Posts Tagged ‘Waitrose’

I Just Don’t Get Ocado Business Model?

Saturday, July 3rd, 2010

I am fascinated by Ocado and its upcoming flotation.  Why you might ask?  Well, it is because Steenbergs is having a go at becoming an online retailer, but obviously on a micro, mini scale compared to Ocado.  But also, I just don’t understand their business model at all, because to me they are a courier business pretending to be a retailer.  And a courier with one big customer, who can also compete against them.

I will try and explain what I mean. 

The first thing we decided when we started was to outsource transport as it’s a commodity business with few barriers to entry and adds no value to your brand/business.  Obviously, bad delivery service can be a problem (and occasionally is for us), but I am glad we do not have to worry about routing vans, filling empty vans on their return journeys and optimising routing.  If we were involved in delivering chilled or frozen products we might need to consider it, but we have also steered away from those for the moment, while there are third party distributors who provide frozen deliveries and might (I suppose) do chilled if the volumes were right.

By ignoring transport and just seeking to get that cost down, we were able to focus on the core parts of retailing which are buying and merchandising.  The buying process allows you to build an image of how you look to the customer and the world out there, and (perhaps even more importantly) work on your retail margins by working on your volumes and (if you are Tesco or Sainsbury or Waitrose) your suppliers to squeeze out better margins. 

Secondly, you can work on your merchandising, including developing your own branding, so for example 98% of chilled sales on the high street come from own label and 40% of Sainsbury’s sales are own label, while the discounters have an even higher percentage.  And for Steenbergs, our own original core of Steenbergs Organic spices, herbs and teas remains what brings people into our site.

But Ocado does not do this side of retailing, outsourcing much of it to Waitrose and then agreeing to limits on how much non-Waitrose it can buy in.  So it misses out most of what real retailing is about.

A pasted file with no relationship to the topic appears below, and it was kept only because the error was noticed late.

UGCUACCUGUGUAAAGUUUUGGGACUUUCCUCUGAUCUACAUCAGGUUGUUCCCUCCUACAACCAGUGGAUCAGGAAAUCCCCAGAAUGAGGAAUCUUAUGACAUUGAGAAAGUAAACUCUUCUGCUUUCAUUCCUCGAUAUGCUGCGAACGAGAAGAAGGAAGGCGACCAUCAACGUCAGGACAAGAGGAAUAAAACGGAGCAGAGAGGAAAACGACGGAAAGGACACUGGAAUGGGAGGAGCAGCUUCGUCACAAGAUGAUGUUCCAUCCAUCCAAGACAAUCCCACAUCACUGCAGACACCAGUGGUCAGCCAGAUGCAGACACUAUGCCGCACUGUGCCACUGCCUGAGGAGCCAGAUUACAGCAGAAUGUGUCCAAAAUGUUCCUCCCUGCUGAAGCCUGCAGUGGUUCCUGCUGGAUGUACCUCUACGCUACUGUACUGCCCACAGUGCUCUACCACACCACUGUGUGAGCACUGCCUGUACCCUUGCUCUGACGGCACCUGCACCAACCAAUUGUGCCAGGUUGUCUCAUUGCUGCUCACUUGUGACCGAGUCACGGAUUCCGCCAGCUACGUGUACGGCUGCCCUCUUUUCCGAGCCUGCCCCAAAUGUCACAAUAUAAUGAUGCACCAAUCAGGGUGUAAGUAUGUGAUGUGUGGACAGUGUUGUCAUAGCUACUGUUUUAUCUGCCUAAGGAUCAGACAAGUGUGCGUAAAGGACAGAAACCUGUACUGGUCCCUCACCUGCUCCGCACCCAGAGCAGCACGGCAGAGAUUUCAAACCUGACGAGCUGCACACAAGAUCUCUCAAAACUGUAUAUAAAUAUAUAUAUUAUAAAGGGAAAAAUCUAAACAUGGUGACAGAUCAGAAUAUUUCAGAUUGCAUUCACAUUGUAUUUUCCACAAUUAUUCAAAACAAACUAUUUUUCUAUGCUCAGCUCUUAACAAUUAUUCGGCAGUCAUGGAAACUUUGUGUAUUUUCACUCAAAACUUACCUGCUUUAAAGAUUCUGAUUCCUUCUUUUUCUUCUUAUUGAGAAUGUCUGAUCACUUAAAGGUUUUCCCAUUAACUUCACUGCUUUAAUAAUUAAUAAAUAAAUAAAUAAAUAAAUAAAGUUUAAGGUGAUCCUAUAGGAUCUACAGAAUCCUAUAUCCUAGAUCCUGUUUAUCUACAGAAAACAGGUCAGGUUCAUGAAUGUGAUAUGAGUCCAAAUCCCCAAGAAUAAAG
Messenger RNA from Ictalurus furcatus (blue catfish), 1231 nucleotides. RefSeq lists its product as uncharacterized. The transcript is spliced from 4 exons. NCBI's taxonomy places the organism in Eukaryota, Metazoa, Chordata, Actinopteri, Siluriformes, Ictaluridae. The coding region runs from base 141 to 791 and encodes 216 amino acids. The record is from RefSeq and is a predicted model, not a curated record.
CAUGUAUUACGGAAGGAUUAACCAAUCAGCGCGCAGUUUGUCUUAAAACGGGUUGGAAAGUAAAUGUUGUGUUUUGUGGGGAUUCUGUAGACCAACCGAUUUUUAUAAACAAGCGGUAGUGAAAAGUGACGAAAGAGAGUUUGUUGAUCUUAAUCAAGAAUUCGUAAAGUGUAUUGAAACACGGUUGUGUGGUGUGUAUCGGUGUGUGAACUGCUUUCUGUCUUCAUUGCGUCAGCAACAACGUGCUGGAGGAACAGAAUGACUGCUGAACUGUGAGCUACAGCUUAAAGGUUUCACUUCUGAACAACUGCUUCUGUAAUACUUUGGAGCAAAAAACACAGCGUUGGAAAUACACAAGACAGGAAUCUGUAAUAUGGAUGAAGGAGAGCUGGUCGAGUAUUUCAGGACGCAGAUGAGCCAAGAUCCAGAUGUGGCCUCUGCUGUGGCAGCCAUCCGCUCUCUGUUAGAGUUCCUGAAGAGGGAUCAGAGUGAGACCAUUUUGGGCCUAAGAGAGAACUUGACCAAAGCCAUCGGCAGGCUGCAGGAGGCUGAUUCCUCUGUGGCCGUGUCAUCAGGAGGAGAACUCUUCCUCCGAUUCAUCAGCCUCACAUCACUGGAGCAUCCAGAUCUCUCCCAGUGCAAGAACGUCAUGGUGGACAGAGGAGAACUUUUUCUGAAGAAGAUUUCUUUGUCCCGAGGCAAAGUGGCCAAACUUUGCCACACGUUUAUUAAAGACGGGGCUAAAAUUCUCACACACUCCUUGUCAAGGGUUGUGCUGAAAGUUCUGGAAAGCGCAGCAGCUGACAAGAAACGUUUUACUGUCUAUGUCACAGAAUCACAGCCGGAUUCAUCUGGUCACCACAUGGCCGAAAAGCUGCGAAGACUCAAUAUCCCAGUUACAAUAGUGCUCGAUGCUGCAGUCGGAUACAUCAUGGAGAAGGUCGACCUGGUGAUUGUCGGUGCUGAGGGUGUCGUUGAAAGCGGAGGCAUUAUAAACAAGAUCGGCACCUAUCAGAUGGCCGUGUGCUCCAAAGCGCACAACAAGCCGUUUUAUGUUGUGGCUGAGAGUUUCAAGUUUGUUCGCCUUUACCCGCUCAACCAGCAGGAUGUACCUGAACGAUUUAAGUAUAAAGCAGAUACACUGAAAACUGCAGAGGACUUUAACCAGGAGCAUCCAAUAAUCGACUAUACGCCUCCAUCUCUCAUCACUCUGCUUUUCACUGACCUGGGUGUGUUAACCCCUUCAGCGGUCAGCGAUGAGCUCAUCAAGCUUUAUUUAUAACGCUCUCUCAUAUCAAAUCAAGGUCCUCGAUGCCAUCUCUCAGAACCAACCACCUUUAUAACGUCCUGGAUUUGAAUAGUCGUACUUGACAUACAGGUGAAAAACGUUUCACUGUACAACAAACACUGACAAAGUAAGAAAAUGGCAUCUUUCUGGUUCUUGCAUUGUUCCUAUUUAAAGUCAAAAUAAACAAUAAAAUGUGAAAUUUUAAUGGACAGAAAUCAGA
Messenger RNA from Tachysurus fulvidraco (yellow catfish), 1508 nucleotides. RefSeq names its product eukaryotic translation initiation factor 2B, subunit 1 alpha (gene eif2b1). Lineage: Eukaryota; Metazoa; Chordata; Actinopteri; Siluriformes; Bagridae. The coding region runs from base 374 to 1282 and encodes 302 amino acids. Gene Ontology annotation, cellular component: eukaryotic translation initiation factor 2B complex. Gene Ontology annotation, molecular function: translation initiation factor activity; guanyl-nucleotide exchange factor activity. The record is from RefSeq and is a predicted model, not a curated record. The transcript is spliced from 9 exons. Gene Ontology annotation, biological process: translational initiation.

Further, there is no obvious exit strategy for Ocado shareholders, as John Lewis is sitting there as a poison pill.  If you take over Ocado, Waitrose can walk and would probably want to walk (assuming that the buyer is another retailer) and you would have the headache of needing to rebuild your supply chain.  Similarly, John Lewis is never going to pay big bucks to take the whole business in house.  Then on top of this Waitrose has its own online shop and has been allowed to compete directly for customers within the M25 region, leaving Ocado with the whole of the rest of the UK to cover.

So what is Ocado?  I think it is a glorified courier business that is masquerading as a real retailer, and one that has a single major customer, which is not fully tied into supplying Ocado.  Plus if you want to buy Waitrose products, you can still go and visit a Waitrose anywhere in the UK and even buy online then collect in store. 

Although it pains me to say so, the Tesco model is much, much better.  Here, Tesco Direct complements its supermarkets with deliveries in any catchment coming out of the local store.  As a result, local store managers and workers can see Tesco Direct as boosting local business and widening their retail catchment, i.e. Boroughbridge and Ripon do not have Tescos but you can still get deliveries from Tesco Direct which will come from stores in Thirsk or York or Leeds.  Whereas Ocado actually do the opposite as it competes against your local Waitrose, as the distribution chain is separate, so why would the store manager of Waitrose in Harrogate or Hexham want you to go to Ocado?  They wouldn’t would they, so they are not going to genuinely promote competition that would effectively reduce your annual John Lewis bonus.  Note that Warren Buffet has increased his shareholding in Tesco in the last few months – what does that mean?